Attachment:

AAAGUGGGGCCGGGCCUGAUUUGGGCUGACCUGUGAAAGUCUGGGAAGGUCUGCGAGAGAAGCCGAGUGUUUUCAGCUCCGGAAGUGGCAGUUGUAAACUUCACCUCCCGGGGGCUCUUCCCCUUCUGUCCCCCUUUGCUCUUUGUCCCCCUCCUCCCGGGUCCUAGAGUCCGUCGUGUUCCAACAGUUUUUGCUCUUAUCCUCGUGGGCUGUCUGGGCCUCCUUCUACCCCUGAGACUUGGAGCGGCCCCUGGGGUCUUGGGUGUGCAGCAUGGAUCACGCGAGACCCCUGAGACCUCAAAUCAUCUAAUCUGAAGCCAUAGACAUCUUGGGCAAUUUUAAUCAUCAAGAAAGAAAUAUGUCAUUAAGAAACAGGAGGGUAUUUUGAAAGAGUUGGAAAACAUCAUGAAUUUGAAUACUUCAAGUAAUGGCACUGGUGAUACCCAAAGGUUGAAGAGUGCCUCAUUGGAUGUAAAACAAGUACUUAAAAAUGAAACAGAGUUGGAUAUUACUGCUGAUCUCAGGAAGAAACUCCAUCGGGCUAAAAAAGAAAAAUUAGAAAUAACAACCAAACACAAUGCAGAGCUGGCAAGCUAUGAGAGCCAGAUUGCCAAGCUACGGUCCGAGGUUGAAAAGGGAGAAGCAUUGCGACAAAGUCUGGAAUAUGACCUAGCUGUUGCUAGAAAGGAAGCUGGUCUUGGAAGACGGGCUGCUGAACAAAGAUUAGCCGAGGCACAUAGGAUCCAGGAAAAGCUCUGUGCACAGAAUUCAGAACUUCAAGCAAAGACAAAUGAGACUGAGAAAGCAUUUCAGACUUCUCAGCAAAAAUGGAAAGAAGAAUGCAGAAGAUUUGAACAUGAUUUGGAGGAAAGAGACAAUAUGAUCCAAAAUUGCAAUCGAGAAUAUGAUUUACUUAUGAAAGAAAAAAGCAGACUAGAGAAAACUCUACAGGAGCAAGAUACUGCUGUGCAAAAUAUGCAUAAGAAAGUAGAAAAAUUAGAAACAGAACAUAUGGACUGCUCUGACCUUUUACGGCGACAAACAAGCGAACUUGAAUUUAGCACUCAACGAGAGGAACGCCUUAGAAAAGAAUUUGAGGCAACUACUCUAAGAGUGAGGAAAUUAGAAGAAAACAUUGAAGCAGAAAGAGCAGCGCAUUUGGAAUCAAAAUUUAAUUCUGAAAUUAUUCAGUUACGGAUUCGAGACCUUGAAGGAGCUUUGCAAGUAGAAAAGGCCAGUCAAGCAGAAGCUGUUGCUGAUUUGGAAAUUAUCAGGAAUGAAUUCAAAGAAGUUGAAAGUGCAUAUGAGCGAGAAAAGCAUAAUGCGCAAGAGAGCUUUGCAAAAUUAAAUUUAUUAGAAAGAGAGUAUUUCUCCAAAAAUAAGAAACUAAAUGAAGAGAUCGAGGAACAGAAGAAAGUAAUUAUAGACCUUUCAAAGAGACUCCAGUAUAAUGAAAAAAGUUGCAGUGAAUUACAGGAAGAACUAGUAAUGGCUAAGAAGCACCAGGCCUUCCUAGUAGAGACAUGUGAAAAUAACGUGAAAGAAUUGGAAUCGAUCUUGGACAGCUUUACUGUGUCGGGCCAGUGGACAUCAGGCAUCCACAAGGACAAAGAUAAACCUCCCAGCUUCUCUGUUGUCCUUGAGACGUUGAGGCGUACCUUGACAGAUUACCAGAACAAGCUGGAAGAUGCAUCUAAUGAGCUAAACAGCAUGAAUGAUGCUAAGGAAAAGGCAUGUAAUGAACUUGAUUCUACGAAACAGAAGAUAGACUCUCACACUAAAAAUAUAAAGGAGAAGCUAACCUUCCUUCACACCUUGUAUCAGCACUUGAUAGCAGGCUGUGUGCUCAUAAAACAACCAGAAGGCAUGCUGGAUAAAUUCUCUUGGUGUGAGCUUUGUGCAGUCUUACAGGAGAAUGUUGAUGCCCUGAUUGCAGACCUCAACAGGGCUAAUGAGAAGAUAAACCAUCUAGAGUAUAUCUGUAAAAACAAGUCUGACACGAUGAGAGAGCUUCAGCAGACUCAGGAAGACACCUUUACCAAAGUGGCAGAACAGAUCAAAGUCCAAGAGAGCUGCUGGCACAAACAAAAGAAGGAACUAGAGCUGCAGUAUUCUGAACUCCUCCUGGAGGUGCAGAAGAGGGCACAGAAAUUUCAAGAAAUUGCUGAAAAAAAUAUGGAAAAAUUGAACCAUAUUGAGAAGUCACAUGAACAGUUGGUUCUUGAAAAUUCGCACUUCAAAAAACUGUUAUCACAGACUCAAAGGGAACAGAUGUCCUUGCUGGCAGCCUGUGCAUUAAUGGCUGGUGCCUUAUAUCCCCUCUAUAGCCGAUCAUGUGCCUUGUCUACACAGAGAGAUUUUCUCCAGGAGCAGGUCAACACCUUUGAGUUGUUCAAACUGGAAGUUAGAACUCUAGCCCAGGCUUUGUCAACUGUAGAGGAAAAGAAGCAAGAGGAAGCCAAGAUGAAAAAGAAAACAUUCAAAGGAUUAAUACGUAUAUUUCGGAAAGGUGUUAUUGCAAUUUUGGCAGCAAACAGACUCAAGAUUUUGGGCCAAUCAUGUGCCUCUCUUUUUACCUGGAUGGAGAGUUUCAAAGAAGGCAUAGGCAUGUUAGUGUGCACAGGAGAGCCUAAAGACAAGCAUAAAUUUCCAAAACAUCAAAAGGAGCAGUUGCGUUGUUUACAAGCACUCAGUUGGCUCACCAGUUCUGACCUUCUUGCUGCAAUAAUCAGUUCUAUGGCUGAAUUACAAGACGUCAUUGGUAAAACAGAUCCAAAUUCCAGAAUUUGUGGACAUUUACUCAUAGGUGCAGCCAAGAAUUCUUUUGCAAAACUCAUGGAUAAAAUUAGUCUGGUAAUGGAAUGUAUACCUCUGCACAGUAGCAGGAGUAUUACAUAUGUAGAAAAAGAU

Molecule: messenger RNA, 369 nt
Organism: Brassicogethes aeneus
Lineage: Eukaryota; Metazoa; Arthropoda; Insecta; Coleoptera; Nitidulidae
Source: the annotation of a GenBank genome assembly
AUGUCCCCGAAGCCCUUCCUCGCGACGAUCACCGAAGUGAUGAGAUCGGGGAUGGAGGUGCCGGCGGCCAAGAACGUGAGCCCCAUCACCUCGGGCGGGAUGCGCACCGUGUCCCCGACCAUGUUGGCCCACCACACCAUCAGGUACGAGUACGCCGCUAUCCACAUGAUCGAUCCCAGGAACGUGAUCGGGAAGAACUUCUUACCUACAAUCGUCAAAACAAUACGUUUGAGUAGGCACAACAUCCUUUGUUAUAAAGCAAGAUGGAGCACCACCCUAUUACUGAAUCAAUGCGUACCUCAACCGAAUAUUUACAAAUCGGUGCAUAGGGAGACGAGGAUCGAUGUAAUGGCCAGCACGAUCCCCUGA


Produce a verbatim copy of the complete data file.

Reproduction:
AAAGUGGGGCCGGGCCUGAUUUGGGCUGACCUGUGAAAGUCUGGGAAGGUCUGCGAGAGAAGCCGAGUGUUUUCAGCUCCGGAAGUGGCAGUUGUAAACUUCACCUCCCGGGGGCUCUUCCCCUUCUGUCCCCCUUUGCUCUUUGUCCCCCUCCUCCCGGGUCCUAGAGUCCGUCGUGUUCCAACAGUUUUUGCUCUUAUCCUCGUGGGCUGUCUGGGCCUCCUUCUACCCCUGAGACUUGGAGCGGCCCCUGGGGUCUUGGGUGUGCAGCAUGGAUCACGCGAGACCCCUGAGACCUCAAAUCAUCUAAUCUGAAGCCAUAGACAUCUUGGGCAAUUUUAAUCAUCAAGAAAGAAAUAUGUCAUUAAGAAACAGGAGGGUAUUUUGAAAGAGUUGGAAAACAUCAUGAAUUUGAAUACUUCAAGUAAUGGCACUGGUGAUACCCAAAGGUUGAAGAGUGCCUCAUUGGAUGUAAAACAAGUACUUAAAAAUGAAACAGAGUUGGAUAUUACUGCUGAUCUCAGGAAGAAACUCCAUCGGGCUAAAAAAGAAAAAUUAGAAAUAACAACCAAACACAAUGCAGAGCUGGCAAGCUAUGAGAGCCAGAUUGCCAAGCUACGGUCCGAGGUUGAAAAGGGAGAAGCAUUGCGACAAAGUCUGGAAUAUGACCUAGCUGUUGCUAGAAAGGAAGCUGGUCUUGGAAGACGGGCUGCUGAACAAAGAUUAGCCGAGGCACAUAGGAUCCAGGAAAAGCUCUGUGCACAGAAUUCAGAACUUCAAGCAAAGACAAAUGAGACUGAGAAAGCAUUUCAGACUUCUCAGCAAAAAUGGAAAGAAGAAUGCAGAAGAUUUGAACAUGAUUUGGAGGAAAGAGACAAUAUGAUCCAAAAUUGCAAUCGAGAAUAUGAUUUACUUAUGAAAGAAAAAAGCAGACUAGAGAAAACUCUACAGGAGCAAGAUACUGCUGUGCAAAAUAUGCAUAAGAAAGUAGAAAAAUUAGAAACAGAACAUAUGGACUGCUCUGACCUUUUACGGCGACAAACAAGCGAACUUGAAUUUAGCACUCAACGAGAGGAACGCCUUAGAAAAGAAUUUGAGGCAACUACUCUAAGAGUGAGGAAAUUAGAAGAAAACAUUGAAGCAGAAAGAGCAGCGCAUUUGGAAUCAAAAUUUAAUUCUGAAAUUAUUCAGUUACGGAUUCGAGACCUUGAAGGAGCUUUGCAAGUAGAAAAGGCCAGUCAAGCAGAAGCUGUUGCUGAUUUGGAAAUUAUCAGGAAUGAAUUCAAAGAAGUUGAAAGUGCAUAUGAGCGAGAAAAGCAUAAUGCGCAAGAGAGCUUUGCAAAAUUAAAUUUAUUAGAAAGAGAGUAUUUCUCCAAAAAUAAGAAACUAAAUGAAGAGAUCGAGGAACAGAAGAAAGUAAUUAUAGACCUUUCAAAGAGACUCCAGUAUAAUGAAAAAAGUUGCAGUGAAUUACAGGAAGAACUAGUAAUGGCUAAGAAGCACCAGGCCUUCCUAGUAGAGACAUGUGAAAAUAACGUGAAAGAAUUGGAAUCGAUCUUGGACAGCUUUACUGUGUCGGGCCAGUGGACAUCAGGCAUCCACAAGGACAAAGAUAAACCUCCCAGCUUCUCUGUUGUCCUUGAGACGUUGAGGCGUACCUUGACAGAUUACCAGAACAAGCUGGAAGAUGCAUCUAAUGAGCUAAACAGCAUGAAUGAUGCUAAGGAAAAGGCAUGUAAUGAACUUGAUUCUACGAAACAGAAGAUAGACUCUCACACUAAAAAUAUAAAGGAGAAGCUAACCUUCCUUCACACCUUGUAUCAGCACUUGAUAGCAGGCUGUGUGCUCAUAAAACAACCAGAAGGCAUGCUGGAUAAAUUCUCUUGGUGUGAGCUUUGUGCAGUCUUACAGGAGAAUGUUGAUGCCCUGAUUGCAGACCUCAACAGGGCUAAUGAGAAGAUAAACCAUCUAGAGUAUAUCUGUAAAAACAAGUCUGACACGAUGAGAGAGCUUCAGCAGACUCAGGAAGACACCUUUACCAAAGUGGCAGAACAGAUCAAAGUCCAAGAGAGCUGCUGGCACAAACAAAAGAAGGAACUAGAGCUGCAGUAUUCUGAACUCCUCCUGGAGGUGCAGAAGAGGGCACAGAAAUUUCAAGAAAUUGCUGAAAAAAAUAUGGAAAAAUUGAACCAUAUUGAGAAGUCACAUGAACAGUUGGUUCUUGAAAAUUCGCACUUCAAAAAACUGUUAUCACAGACUCAAAGGGAACAGAUGUCCUUGCUGGCAGCCUGUGCAUUAAUGGCUGGUGCCUUAUAUCCCCUCUAUAGCCGAUCAUGUGCCUUGUCUACACAGAGAGAUUUUCUCCAGGAGCAGGUCAACACCUUUGAGUUGUUCAAACUGGAAGUUAGAACUCUAGCCCAGGCUUUGUCAACUGUAGAGGAAAAGAAGCAAGAGGAAGCCAAGAUGAAAAAGAAAACAUUCAAAGGAUUAAUACGUAUAUUUCGGAAAGGUGUUAUUGCAAUUUUGGCAGCAAACAGACUCAAGAUUUUGGGCCAAUCAUGUGCCUCUCUUUUUACCUGGAUGGAGAGUUUCAAAGAAGGCAUAGGCAUGUUAGUGUGCACAGGAGAGCCUAAAGACAAGCAUAAAUUUCCAAAACAUCAAAAGGAGCAGUUGCGUUGUUUACAAGCACUCAGUUGGCUCACCAGUUCUGACCUUCUUGCUGCAAUAAUCAGUUCUAUGGCUGAAUUACAAGACGUCAUUGGUAAAACAGAUCCAAAUUCCAGAAUUUGUGGACAUUUACUCAUAGGUGCAGCCAAGAAUUCUUUUGCAAAACUCAUGGAUAAAAUUAGUCUGGUAAUGGAAUGUAUACCUCUGCACAGUAGCAGGAGUAUUACAUAUGUAGAAAAAGAU

Molecule: messenger RNA, 369 nt
Organism: Brassicogethes aeneus
Lineage: Eukaryota; Metazoa; Arthropoda; Insecta; Coleoptera; Nitidulidae
Source: the annotation of a GenBank genome assembly
AUGUCCCCGAAGCCCUUCCUCGCGACGAUCACCGAAGUGAUGAGAUCGGGGAUGGAGGUGCCGGCGGCCAAGAACGUGAGCCCCAUCACCUCGGGCGGGAUGCGCACCGUGUCCCCGACCAUGUUGGCCCACCACACCAUCAGGUACGAGUACGCCGCUAUCCACAUGAUCGAUCCCAGGAACGUGAUCGGGAAGAACUUCUUACCUACAAUCGUCAAAACAAUACGUUUGAGUAGGCACAACAUCCUUUGUUAUAAAGCAAGAUGGAGCACCACCCUAUUACUGAAUCAAUGCGUACCUCAACCGAAUAUUUACAAAUCGGUGCAUAGGGAGACGAGGAUCGAUGUAAUGGCCAGCACGAUCCCCUGA